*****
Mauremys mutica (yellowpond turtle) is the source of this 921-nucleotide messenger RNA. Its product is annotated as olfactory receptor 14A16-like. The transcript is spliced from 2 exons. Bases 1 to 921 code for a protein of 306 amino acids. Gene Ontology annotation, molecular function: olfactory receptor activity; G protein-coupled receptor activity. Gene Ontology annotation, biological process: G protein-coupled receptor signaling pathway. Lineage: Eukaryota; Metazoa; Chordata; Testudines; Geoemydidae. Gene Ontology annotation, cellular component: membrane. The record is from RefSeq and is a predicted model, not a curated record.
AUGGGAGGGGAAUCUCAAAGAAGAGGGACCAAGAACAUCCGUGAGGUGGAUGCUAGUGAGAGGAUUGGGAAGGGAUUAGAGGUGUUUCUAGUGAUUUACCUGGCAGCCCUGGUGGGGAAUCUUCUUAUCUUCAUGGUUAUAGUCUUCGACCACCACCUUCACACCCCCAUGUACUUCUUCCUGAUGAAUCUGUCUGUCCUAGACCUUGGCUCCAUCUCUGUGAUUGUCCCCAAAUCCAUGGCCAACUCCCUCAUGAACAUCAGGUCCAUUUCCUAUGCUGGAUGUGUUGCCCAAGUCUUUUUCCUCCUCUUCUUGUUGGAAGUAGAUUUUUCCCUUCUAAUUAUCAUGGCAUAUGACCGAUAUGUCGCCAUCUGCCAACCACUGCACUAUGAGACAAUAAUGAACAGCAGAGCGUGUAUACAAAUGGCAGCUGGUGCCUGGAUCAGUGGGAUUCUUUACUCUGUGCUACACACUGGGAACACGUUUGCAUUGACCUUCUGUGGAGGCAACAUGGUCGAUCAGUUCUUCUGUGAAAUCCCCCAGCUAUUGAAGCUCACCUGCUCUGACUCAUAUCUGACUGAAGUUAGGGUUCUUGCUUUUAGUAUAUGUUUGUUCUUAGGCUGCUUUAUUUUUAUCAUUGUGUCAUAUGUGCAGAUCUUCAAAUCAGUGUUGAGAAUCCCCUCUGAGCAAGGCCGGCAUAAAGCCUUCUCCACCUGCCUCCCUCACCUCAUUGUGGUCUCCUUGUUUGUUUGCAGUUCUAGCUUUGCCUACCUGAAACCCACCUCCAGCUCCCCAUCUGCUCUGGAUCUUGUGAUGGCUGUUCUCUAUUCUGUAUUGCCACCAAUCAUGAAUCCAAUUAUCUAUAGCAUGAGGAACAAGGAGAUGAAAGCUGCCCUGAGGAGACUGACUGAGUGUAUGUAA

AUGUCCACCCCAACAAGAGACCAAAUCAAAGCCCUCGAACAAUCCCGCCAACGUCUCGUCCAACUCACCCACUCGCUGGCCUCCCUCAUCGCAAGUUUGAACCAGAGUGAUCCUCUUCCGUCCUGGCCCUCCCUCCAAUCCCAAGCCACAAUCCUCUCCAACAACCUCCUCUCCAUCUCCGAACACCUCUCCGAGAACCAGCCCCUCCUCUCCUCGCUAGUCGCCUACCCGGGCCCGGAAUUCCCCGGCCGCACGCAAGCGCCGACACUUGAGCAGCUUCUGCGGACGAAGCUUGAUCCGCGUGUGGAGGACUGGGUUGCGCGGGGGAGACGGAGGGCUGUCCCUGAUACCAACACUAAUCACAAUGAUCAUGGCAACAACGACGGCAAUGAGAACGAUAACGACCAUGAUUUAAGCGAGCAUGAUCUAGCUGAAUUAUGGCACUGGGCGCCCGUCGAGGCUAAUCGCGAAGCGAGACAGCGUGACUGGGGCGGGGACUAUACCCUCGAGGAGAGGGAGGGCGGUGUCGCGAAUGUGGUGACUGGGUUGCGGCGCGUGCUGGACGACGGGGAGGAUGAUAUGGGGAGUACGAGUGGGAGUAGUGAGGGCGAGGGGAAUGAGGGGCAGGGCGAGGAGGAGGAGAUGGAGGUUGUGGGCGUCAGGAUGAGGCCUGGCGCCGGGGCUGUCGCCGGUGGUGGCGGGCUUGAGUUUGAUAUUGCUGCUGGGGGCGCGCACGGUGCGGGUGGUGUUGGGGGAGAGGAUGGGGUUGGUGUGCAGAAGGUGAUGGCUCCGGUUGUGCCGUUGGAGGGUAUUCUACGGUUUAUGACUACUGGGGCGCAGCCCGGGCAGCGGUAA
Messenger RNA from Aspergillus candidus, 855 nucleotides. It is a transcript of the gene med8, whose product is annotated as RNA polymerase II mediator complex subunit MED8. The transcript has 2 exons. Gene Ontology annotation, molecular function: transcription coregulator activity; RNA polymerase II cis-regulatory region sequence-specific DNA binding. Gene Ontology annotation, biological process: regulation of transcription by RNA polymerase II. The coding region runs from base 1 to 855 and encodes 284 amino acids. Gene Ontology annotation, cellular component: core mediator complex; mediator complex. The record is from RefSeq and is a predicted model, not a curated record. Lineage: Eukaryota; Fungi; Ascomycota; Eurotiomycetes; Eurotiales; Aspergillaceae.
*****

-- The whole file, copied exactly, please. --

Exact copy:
Mauremys mutica (yellowpond turtle) is the source of this 921-nucleotide messenger RNA. Its product is annotated as olfactory receptor 14A16-like. The transcript is spliced from 2 exons. Bases 1 to 921 code for a protein of 306 amino acids. Gene Ontology annotation, molecular function: olfactory receptor activity; G protein-coupled receptor activity. Gene Ontology annotation, biological process: G protein-coupled receptor signaling pathway. Lineage: Eukaryota; Metazoa; Chordata; Testudines; Geoemydidae. Gene Ontology annotation, cellular component: membrane. The record is from RefSeq and is a predicted model, not a curated record.
AUGGGAGGGGAAUCUCAAAGAAGAGGGACCAAGAACAUCCGUGAGGUGGAUGCUAGUGAGAGGAUUGGGAAGGGAUUAGAGGUGUUUCUAGUGAUUUACCUGGCAGCCCUGGUGGGGAAUCUUCUUAUCUUCAUGGUUAUAGUCUUCGACCACCACCUUCACACCCCCAUGUACUUCUUCCUGAUGAAUCUGUCUGUCCUAGACCUUGGCUCCAUCUCUGUGAUUGUCCCCAAAUCCAUGGCCAACUCCCUCAUGAACAUCAGGUCCAUUUCCUAUGCUGGAUGUGUUGCCCAAGUCUUUUUCCUCCUCUUCUUGUUGGAAGUAGAUUUUUCCCUUCUAAUUAUCAUGGCAUAUGACCGAUAUGUCGCCAUCUGCCAACCACUGCACUAUGAGACAAUAAUGAACAGCAGAGCGUGUAUACAAAUGGCAGCUGGUGCCUGGAUCAGUGGGAUUCUUUACUCUGUGCUACACACUGGGAACACGUUUGCAUUGACCUUCUGUGGAGGCAACAUGGUCGAUCAGUUCUUCUGUGAAAUCCCCCAGCUAUUGAAGCUCACCUGCUCUGACUCAUAUCUGACUGAAGUUAGGGUUCUUGCUUUUAGUAUAUGUUUGUUCUUAGGCUGCUUUAUUUUUAUCAUUGUGUCAUAUGUGCAGAUCUUCAAAUCAGUGUUGAGAAUCCCCUCUGAGCAAGGCCGGCAUAAAGCCUUCUCCACCUGCCUCCCUCACCUCAUUGUGGUCUCCUUGUUUGUUUGCAGUUCUAGCUUUGCCUACCUGAAACCCACCUCCAGCUCCCCAUCUGCUCUGGAUCUUGUGAUGGCUGUUCUCUAUUCUGUAUUGCCACCAAUCAUGAAUCCAAUUAUCUAUAGCAUGAGGAACAAGGAGAUGAAAGCUGCCCUGAGGAGACUGACUGAGUGUAUGUAA

AUGUCCACCCCAACAAGAGACCAAAUCAAAGCCCUCGAACAAUCCCGCCAACGUCUCGUCCAACUCACCCACUCGCUGGCCUCCCUCAUCGCAAGUUUGAACCAGAGUGAUCCUCUUCCGUCCUGGCCCUCCCUCCAAUCCCAAGCCACAAUCCUCUCCAACAACCUCCUCUCCAUCUCCGAACACCUCUCCGAGAACCAGCCCCUCCUCUCCUCGCUAGUCGCCUACCCGGGCCCGGAAUUCCCCGGCCGCACGCAAGCGCCGACACUUGAGCAGCUUCUGCGGACGAAGCUUGAUCCGCGUGUGGAGGACUGGGUUGCGCGGGGGAGACGGAGGGCUGUCCCUGAUACCAACACUAAUCACAAUGAUCAUGGCAACAACGACGGCAAUGAGAACGAUAACGACCAUGAUUUAAGCGAGCAUGAUCUAGCUGAAUUAUGGCACUGGGCGCCCGUCGAGGCUAAUCGCGAAGCGAGACAGCGUGACUGGGGCGGGGACUAUACCCUCGAGGAGAGGGAGGGCGGUGUCGCGAAUGUGGUGACUGGGUUGCGGCGCGUGCUGGACGACGGGGAGGAUGAUAUGGGGAGUACGAGUGGGAGUAGUGAGGGCGAGGGGAAUGAGGGGCAGGGCGAGGAGGAGGAGAUGGAGGUUGUGGGCGUCAGGAUGAGGCCUGGCGCCGGGGCUGUCGCCGGUGGUGGCGGGCUUGAGUUUGAUAUUGCUGCUGGGGGCGCGCACGGUGCGGGUGGUGUUGGGGGAGAGGAUGGGGUUGGUGUGCAGAAGGUGAUGGCUCCGGUUGUGCCGUUGGAGGGUAUUCUACGGUUUAUGACUACUGGGGCGCAGCCCGGGCAGCGGUAA
Messenger RNA from Aspergillus candidus, 855 nucleotides. It is a transcript of the gene med8, whose product is annotated as RNA polymerase II mediator complex subunit MED8. The transcript has 2 exons. Gene Ontology annotation, molecular function: transcription coregulator activity; RNA polymerase II cis-regulatory region sequence-specific DNA binding. Gene Ontology annotation, biological process: regulation of transcription by RNA polymerase II. The coding region runs from base 1 to 855 and encodes 284 amino acids. Gene Ontology annotation, cellular component: core mediator complex; mediator complex. The record is from RefSeq and is a predicted model, not a curated record. Lineage: Eukaryota; Fungi; Ascomycota; Eurotiomycetes; Eurotiales; Aspergillaceae.